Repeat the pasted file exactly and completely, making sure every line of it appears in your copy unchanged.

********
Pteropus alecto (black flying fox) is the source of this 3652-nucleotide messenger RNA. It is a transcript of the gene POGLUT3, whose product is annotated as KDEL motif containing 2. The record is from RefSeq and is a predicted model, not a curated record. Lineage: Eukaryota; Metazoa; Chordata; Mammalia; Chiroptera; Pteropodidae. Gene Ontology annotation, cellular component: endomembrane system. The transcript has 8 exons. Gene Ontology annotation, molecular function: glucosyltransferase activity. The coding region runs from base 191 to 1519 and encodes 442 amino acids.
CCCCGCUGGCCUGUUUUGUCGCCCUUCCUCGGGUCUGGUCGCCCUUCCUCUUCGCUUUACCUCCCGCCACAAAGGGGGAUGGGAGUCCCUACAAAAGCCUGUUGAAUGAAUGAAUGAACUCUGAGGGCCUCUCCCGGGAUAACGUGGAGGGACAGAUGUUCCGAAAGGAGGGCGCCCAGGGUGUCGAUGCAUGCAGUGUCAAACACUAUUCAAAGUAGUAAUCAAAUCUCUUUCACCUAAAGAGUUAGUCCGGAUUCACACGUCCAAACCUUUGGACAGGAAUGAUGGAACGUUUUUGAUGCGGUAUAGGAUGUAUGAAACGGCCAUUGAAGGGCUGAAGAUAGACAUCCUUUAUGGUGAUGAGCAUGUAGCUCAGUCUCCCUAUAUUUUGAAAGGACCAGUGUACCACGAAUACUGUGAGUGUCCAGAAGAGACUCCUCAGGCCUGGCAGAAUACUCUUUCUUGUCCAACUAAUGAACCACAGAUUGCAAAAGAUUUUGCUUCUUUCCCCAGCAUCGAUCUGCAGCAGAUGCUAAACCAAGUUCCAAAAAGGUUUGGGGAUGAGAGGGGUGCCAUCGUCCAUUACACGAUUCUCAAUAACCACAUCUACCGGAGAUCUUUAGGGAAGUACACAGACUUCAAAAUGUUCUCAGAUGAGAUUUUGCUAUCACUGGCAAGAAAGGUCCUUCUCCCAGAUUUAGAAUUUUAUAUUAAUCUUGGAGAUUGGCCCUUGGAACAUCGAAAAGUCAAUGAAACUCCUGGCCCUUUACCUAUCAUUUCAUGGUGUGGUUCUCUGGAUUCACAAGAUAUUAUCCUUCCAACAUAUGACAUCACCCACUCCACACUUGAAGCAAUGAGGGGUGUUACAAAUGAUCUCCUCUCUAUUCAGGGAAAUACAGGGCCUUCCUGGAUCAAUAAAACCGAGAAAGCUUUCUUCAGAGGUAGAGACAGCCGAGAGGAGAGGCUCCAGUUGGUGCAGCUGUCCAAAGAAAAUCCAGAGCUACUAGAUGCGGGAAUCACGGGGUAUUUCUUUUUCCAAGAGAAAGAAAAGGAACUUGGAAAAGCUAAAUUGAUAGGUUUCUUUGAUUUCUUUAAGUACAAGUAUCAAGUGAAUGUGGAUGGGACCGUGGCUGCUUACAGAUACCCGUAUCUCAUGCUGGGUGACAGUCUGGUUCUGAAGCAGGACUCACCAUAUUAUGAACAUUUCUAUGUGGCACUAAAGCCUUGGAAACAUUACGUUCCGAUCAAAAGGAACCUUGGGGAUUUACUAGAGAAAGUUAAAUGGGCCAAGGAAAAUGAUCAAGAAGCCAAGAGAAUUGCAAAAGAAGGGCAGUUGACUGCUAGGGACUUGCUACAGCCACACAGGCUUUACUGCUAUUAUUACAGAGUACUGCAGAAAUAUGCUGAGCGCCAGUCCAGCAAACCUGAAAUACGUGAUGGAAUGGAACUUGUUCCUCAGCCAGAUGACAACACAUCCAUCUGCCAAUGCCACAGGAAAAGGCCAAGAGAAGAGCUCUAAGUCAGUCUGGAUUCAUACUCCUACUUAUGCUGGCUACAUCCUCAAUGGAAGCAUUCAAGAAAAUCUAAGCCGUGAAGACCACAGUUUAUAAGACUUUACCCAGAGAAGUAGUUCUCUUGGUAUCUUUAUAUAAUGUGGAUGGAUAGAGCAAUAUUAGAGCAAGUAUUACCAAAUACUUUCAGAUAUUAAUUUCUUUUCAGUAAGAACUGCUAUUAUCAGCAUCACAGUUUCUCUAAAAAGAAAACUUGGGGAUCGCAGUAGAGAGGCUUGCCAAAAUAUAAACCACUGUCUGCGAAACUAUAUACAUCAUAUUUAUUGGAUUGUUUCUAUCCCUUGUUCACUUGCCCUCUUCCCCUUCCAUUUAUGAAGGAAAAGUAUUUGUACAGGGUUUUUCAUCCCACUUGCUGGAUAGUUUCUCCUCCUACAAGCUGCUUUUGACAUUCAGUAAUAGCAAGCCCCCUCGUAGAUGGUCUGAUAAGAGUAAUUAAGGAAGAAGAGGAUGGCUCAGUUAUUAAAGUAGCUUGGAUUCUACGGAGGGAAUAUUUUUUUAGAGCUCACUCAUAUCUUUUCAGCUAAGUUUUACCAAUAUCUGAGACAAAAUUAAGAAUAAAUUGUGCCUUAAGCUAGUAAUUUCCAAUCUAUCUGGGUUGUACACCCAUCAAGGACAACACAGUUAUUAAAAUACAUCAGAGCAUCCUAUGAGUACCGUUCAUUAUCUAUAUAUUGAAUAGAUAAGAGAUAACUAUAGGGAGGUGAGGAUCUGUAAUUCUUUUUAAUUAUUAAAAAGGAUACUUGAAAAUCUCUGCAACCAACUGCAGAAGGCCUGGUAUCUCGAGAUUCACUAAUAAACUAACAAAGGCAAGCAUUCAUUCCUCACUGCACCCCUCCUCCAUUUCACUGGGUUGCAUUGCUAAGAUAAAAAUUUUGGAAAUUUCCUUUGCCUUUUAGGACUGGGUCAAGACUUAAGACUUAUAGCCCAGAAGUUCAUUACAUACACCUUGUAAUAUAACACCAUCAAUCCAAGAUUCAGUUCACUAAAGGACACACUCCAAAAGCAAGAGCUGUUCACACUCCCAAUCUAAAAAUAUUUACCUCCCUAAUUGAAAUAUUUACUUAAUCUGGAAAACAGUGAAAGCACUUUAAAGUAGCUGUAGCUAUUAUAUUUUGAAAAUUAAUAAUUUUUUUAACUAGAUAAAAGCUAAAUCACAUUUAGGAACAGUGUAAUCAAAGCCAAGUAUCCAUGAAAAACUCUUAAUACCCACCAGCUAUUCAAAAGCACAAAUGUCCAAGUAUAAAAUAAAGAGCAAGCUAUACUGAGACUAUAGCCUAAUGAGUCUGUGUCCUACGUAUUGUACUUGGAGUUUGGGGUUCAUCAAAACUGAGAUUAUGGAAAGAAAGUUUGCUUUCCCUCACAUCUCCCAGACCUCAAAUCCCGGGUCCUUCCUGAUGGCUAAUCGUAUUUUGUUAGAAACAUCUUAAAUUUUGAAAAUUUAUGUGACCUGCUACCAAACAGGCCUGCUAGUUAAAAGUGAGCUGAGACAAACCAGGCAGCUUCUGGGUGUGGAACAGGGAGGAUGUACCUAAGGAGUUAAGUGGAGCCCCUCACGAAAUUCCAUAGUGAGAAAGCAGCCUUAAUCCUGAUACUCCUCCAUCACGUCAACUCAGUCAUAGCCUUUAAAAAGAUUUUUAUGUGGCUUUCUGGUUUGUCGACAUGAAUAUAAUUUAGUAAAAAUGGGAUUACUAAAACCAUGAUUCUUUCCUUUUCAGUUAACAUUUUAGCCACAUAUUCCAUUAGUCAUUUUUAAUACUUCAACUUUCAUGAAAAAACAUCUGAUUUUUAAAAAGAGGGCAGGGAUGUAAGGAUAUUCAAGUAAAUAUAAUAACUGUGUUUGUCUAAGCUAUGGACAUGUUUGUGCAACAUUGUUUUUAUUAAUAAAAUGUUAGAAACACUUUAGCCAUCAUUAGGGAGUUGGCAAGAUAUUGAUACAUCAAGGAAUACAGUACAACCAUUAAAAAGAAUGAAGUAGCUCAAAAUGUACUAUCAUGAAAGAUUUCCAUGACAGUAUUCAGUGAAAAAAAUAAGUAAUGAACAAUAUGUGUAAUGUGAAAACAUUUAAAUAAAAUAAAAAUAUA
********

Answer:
Pteropus alecto (black flying fox) is the source of this 3652-nucleotide messenger RNA. It is a transcript of the gene POGLUT3, whose product is annotated as KDEL motif containing 2. The record is from RefSeq and is a predicted model, not a curated record. Lineage: Eukaryota; Metazoa; Chordata; Mammalia; Chiroptera; Pteropodidae. Gene Ontology annotation, cellular component: endomembrane system. The transcript has 8 exons. Gene Ontology annotation, molecular function: glucosyltransferase activity. The coding region runs from base 191 to 1519 and encodes 442 amino acids.
CCCCGCUGGCCUGUUUUGUCGCCCUUCCUCGGGUCUGGUCGCCCUUCCUCUUCGCUUUACCUCCCGCCACAAAGGGGGAUGGGAGUCCCUACAAAAGCCUGUUGAAUGAAUGAAUGAACUCUGAGGGCCUCUCCCGGGAUAACGUGGAGGGACAGAUGUUCCGAAAGGAGGGCGCCCAGGGUGUCGAUGCAUGCAGUGUCAAACACUAUUCAAAGUAGUAAUCAAAUCUCUUUCACCUAAAGAGUUAGUCCGGAUUCACACGUCCAAACCUUUGGACAGGAAUGAUGGAACGUUUUUGAUGCGGUAUAGGAUGUAUGAAACGGCCAUUGAAGGGCUGAAGAUAGACAUCCUUUAUGGUGAUGAGCAUGUAGCUCAGUCUCCCUAUAUUUUGAAAGGACCAGUGUACCACGAAUACUGUGAGUGUCCAGAAGAGACUCCUCAGGCCUGGCAGAAUACUCUUUCUUGUCCAACUAAUGAACCACAGAUUGCAAAAGAUUUUGCUUCUUUCCCCAGCAUCGAUCUGCAGCAGAUGCUAAACCAAGUUCCAAAAAGGUUUGGGGAUGAGAGGGGUGCCAUCGUCCAUUACACGAUUCUCAAUAACCACAUCUACCGGAGAUCUUUAGGGAAGUACACAGACUUCAAAAUGUUCUCAGAUGAGAUUUUGCUAUCACUGGCAAGAAAGGUCCUUCUCCCAGAUUUAGAAUUUUAUAUUAAUCUUGGAGAUUGGCCCUUGGAACAUCGAAAAGUCAAUGAAACUCCUGGCCCUUUACCUAUCAUUUCAUGGUGUGGUUCUCUGGAUUCACAAGAUAUUAUCCUUCCAACAUAUGACAUCACCCACUCCACACUUGAAGCAAUGAGGGGUGUUACAAAUGAUCUCCUCUCUAUUCAGGGAAAUACAGGGCCUUCCUGGAUCAAUAAAACCGAGAAAGCUUUCUUCAGAGGUAGAGACAGCCGAGAGGAGAGGCUCCAGUUGGUGCAGCUGUCCAAAGAAAAUCCAGAGCUACUAGAUGCGGGAAUCACGGGGUAUUUCUUUUUCCAAGAGAAAGAAAAGGAACUUGGAAAAGCUAAAUUGAUAGGUUUCUUUGAUUUCUUUAAGUACAAGUAUCAAGUGAAUGUGGAUGGGACCGUGGCUGCUUACAGAUACCCGUAUCUCAUGCUGGGUGACAGUCUGGUUCUGAAGCAGGACUCACCAUAUUAUGAACAUUUCUAUGUGGCACUAAAGCCUUGGAAACAUUACGUUCCGAUCAAAAGGAACCUUGGGGAUUUACUAGAGAAAGUUAAAUGGGCCAAGGAAAAUGAUCAAGAAGCCAAGAGAAUUGCAAAAGAAGGGCAGUUGACUGCUAGGGACUUGCUACAGCCACACAGGCUUUACUGCUAUUAUUACAGAGUACUGCAGAAAUAUGCUGAGCGCCAGUCCAGCAAACCUGAAAUACGUGAUGGAAUGGAACUUGUUCCUCAGCCAGAUGACAACACAUCCAUCUGCCAAUGCCACAGGAAAAGGCCAAGAGAAGAGCUCUAAGUCAGUCUGGAUUCAUACUCCUACUUAUGCUGGCUACAUCCUCAAUGGAAGCAUUCAAGAAAAUCUAAGCCGUGAAGACCACAGUUUAUAAGACUUUACCCAGAGAAGUAGUUCUCUUGGUAUCUUUAUAUAAUGUGGAUGGAUAGAGCAAUAUUAGAGCAAGUAUUACCAAAUACUUUCAGAUAUUAAUUUCUUUUCAGUAAGAACUGCUAUUAUCAGCAUCACAGUUUCUCUAAAAAGAAAACUUGGGGAUCGCAGUAGAGAGGCUUGCCAAAAUAUAAACCACUGUCUGCGAAACUAUAUACAUCAUAUUUAUUGGAUUGUUUCUAUCCCUUGUUCACUUGCCCUCUUCCCCUUCCAUUUAUGAAGGAAAAGUAUUUGUACAGGGUUUUUCAUCCCACUUGCUGGAUAGUUUCUCCUCCUACAAGCUGCUUUUGACAUUCAGUAAUAGCAAGCCCCCUCGUAGAUGGUCUGAUAAGAGUAAUUAAGGAAGAAGAGGAUGGCUCAGUUAUUAAAGUAGCUUGGAUUCUACGGAGGGAAUAUUUUUUUAGAGCUCACUCAUAUCUUUUCAGCUAAGUUUUACCAAUAUCUGAGACAAAAUUAAGAAUAAAUUGUGCCUUAAGCUAGUAAUUUCCAAUCUAUCUGGGUUGUACACCCAUCAAGGACAACACAGUUAUUAAAAUACAUCAGAGCAUCCUAUGAGUACCGUUCAUUAUCUAUAUAUUGAAUAGAUAAGAGAUAACUAUAGGGAGGUGAGGAUCUGUAAUUCUUUUUAAUUAUUAAAAAGGAUACUUGAAAAUCUCUGCAACCAACUGCAGAAGGCCUGGUAUCUCGAGAUUCACUAAUAAACUAACAAAGGCAAGCAUUCAUUCCUCACUGCACCCCUCCUCCAUUUCACUGGGUUGCAUUGCUAAGAUAAAAAUUUUGGAAAUUUCCUUUGCCUUUUAGGACUGGGUCAAGACUUAAGACUUAUAGCCCAGAAGUUCAUUACAUACACCUUGUAAUAUAACACCAUCAAUCCAAGAUUCAGUUCACUAAAGGACACACUCCAAAAGCAAGAGCUGUUCACACUCCCAAUCUAAAAAUAUUUACCUCCCUAAUUGAAAUAUUUACUUAAUCUGGAAAACAGUGAAAGCACUUUAAAGUAGCUGUAGCUAUUAUAUUUUGAAAAUUAAUAAUUUUUUUAACUAGAUAAAAGCUAAAUCACAUUUAGGAACAGUGUAAUCAAAGCCAAGUAUCCAUGAAAAACUCUUAAUACCCACCAGCUAUUCAAAAGCACAAAUGUCCAAGUAUAAAAUAAAGAGCAAGCUAUACUGAGACUAUAGCCUAAUGAGUCUGUGUCCUACGUAUUGUACUUGGAGUUUGGGGUUCAUCAAAACUGAGAUUAUGGAAAGAAAGUUUGCUUUCCCUCACAUCUCCCAGACCUCAAAUCCCGGGUCCUUCCUGAUGGCUAAUCGUAUUUUGUUAGAAACAUCUUAAAUUUUGAAAAUUUAUGUGACCUGCUACCAAACAGGCCUGCUAGUUAAAAGUGAGCUGAGACAAACCAGGCAGCUUCUGGGUGUGGAACAGGGAGGAUGUACCUAAGGAGUUAAGUGGAGCCCCUCACGAAAUUCCAUAGUGAGAAAGCAGCCUUAAUCCUGAUACUCCUCCAUCACGUCAACUCAGUCAUAGCCUUUAAAAAGAUUUUUAUGUGGCUUUCUGGUUUGUCGACAUGAAUAUAAUUUAGUAAAAAUGGGAUUACUAAAACCAUGAUUCUUUCCUUUUCAGUUAACAUUUUAGCCACAUAUUCCAUUAGUCAUUUUUAAUACUUCAACUUUCAUGAAAAAACAUCUGAUUUUUAAAAAGAGGGCAGGGAUGUAAGGAUAUUCAAGUAAAUAUAAUAACUGUGUUUGUCUAAGCUAUGGACAUGUUUGUGCAACAUUGUUUUUAUUAAUAAAAUGUUAGAAACACUUUAGCCAUCAUUAGGGAGUUGGCAAGAUAUUGAUACAUCAAGGAAUACAGUACAACCAUUAAAAAGAAUGAAGUAGCUCAAAAUGUACUAUCAUGAAAGAUUUCCAUGACAGUAUUCAGUGAAAAAAAUAAGUAAUGAACAAUAUGUGUAAUGUGAAAACAUUUAAAUAAAAUAAAAAUAUA